A few weeks ago, at the Golden Globes actors wore black to in sartorial solidarity of the campaign against the sexual harassment of women in Hollywood.
Now musicians are hoping that at this Sunday’s Grammys white roses will shine a light on the same issue within the music industry.
Attendees of the 60th Grammy Awards ceremony in New York are being encouraged to wear white roses to show their support for the cause.
The initiative was kick-started by a newly-formed group called Voices in Entertainment, led by Meg Harkins from record label Roc Nation and Karen Rait, of Interscope and A&M Records.
“We choose the white rose because historically it stands for hope, peace, sympathy and resistance,” the group said in an open letter. Music artists have a lot of impact,” added Rait in an interview with Billboard.
“So it’s only fitting that music’s biggest night shows the support for equality and safety in the workplace.”
According to the Associated Press, female artists such as Dua Lipa and Halsey, who delivered an empowering speech at the women’s march last week, have already pledged their support and will be wearing roses on the night.
The wearing of white roses won’t likely be the only acknowledgement of the #metoo movement on the night.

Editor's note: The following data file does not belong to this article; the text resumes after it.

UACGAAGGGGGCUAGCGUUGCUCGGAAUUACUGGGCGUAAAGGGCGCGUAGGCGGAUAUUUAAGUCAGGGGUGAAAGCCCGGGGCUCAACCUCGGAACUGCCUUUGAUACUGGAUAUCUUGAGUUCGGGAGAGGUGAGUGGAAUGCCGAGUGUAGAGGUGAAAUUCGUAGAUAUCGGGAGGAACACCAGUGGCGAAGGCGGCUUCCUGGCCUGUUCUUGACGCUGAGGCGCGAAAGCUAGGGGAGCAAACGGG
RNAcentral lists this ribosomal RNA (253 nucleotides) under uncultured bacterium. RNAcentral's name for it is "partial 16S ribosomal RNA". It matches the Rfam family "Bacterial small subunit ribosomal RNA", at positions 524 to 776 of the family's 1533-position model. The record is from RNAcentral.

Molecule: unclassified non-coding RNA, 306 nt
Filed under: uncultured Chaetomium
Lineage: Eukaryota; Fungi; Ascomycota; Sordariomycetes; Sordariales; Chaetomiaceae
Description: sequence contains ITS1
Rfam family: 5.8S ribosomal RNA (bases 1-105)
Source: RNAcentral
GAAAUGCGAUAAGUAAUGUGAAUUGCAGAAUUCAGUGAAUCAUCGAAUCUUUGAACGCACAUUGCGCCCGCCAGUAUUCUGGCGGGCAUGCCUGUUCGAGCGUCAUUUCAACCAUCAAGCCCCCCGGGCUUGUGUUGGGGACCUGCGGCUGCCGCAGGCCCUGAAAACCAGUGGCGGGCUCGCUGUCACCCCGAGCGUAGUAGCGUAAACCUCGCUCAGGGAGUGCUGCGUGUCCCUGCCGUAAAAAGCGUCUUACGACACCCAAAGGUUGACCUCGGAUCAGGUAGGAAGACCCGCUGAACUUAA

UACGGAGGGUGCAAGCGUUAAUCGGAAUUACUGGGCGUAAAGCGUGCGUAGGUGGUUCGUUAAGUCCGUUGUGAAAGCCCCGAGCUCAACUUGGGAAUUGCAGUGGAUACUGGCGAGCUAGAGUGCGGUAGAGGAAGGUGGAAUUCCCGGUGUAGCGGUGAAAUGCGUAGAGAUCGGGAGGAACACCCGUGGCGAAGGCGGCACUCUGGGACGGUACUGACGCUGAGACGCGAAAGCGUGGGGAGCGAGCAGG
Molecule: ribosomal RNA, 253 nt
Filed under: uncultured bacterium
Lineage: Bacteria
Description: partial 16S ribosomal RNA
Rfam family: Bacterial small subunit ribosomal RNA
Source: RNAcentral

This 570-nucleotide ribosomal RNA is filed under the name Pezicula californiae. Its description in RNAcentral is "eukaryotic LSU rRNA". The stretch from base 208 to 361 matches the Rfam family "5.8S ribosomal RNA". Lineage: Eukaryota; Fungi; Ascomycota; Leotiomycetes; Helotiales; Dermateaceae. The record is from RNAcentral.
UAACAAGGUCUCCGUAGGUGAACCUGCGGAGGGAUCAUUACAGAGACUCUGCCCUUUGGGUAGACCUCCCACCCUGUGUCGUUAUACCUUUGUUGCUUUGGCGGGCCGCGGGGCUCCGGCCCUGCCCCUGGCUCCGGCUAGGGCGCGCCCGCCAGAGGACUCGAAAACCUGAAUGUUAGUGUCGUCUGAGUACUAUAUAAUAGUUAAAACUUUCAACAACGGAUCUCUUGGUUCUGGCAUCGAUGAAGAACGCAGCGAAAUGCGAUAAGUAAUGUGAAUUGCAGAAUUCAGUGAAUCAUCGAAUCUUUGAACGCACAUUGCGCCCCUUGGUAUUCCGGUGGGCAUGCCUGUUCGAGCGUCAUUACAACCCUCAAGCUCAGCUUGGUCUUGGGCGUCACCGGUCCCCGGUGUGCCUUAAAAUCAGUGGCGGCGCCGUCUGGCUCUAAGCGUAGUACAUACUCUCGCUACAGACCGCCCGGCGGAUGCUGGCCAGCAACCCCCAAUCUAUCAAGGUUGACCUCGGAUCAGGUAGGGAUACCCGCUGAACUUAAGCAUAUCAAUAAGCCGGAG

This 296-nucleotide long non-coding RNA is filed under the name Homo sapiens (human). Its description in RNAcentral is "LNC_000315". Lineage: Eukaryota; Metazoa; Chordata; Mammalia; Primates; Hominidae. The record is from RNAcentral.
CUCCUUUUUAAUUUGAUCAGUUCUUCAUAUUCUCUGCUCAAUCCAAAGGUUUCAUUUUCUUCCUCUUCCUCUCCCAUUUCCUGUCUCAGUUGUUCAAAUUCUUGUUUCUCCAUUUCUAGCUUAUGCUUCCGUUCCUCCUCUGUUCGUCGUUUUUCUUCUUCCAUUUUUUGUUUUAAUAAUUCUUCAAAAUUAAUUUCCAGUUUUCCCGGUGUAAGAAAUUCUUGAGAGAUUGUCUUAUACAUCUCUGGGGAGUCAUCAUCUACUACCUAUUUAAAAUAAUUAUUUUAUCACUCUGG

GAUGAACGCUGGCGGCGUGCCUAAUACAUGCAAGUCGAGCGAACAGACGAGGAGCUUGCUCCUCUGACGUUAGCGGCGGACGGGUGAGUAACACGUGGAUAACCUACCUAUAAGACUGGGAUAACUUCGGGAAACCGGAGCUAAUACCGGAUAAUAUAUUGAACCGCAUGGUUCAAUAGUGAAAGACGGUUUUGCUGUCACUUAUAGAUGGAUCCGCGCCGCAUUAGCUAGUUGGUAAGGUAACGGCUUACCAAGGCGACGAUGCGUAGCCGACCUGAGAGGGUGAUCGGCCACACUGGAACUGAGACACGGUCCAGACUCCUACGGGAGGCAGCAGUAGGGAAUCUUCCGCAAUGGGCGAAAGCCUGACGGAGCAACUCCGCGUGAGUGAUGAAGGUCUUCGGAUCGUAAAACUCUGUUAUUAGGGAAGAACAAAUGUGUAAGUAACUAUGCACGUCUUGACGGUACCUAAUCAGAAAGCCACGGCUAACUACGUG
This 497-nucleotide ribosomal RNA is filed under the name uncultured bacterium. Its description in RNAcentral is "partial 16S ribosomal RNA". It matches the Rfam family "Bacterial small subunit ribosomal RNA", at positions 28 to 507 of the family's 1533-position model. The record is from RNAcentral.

Pop star Kesha, who has widely become a symbol of sexual harassment within music, is also set to deliver a powerful performance which could give a nod to both the #metoo and #TimesUp initiative.
The singer, who sued superstar producer Dr Luke over claims of verbal, physical and sexual abuse, will sing her come-back single ‘Praying’, which many believe to be about her alleged tormentor.
Though she actually lost her court case, Kesha has gone on to receive two Grammy nominations for Best Pop Solo Performance for ‘Praying’ and Best Pop Vocal Album for ‘Rainbow’
Her performance of the single on the night is likely to be emotional not only because it is representative of the struggles she has experienced in recent years but also her strength in surviving it all.
Though she may not specifically mention #MeToo, Ken Ehrlich, producer of the Grammys, said the association with the news is likely to be deliberate.
“Even though her story goes back several years,” he said, “the reality of what happened over the last four or five months will put a different spin on the way people will view it.”
While the focus of the protest against sexual harassment has been firmly directed towards Hollywood, the music industry has certainly not escaped it’s own sexual harassment scandal.
Def Jam Recordings co-founder Russell Simmons stepped down from his businesses last year, after being accused of sexually assaulting screenwriter Jenny Lument. Six women have since accused him of rape.
Just like, the all-black protest at the Golden Globes, a sea of white roses might not bring the overnight change so desperately needed, but in terms of continuing the conversation and throwing light on sexual harassment within the music industry it could well have the desired effect.
“There are people who are going to watch the show who are caught up in the #MeToo movement and will expect us to address it in one way or another,” Mr Ehrlich, the show’s producer told NY Times.
“But there is a large part of the audience that will tune in because they just want to be entertained.”
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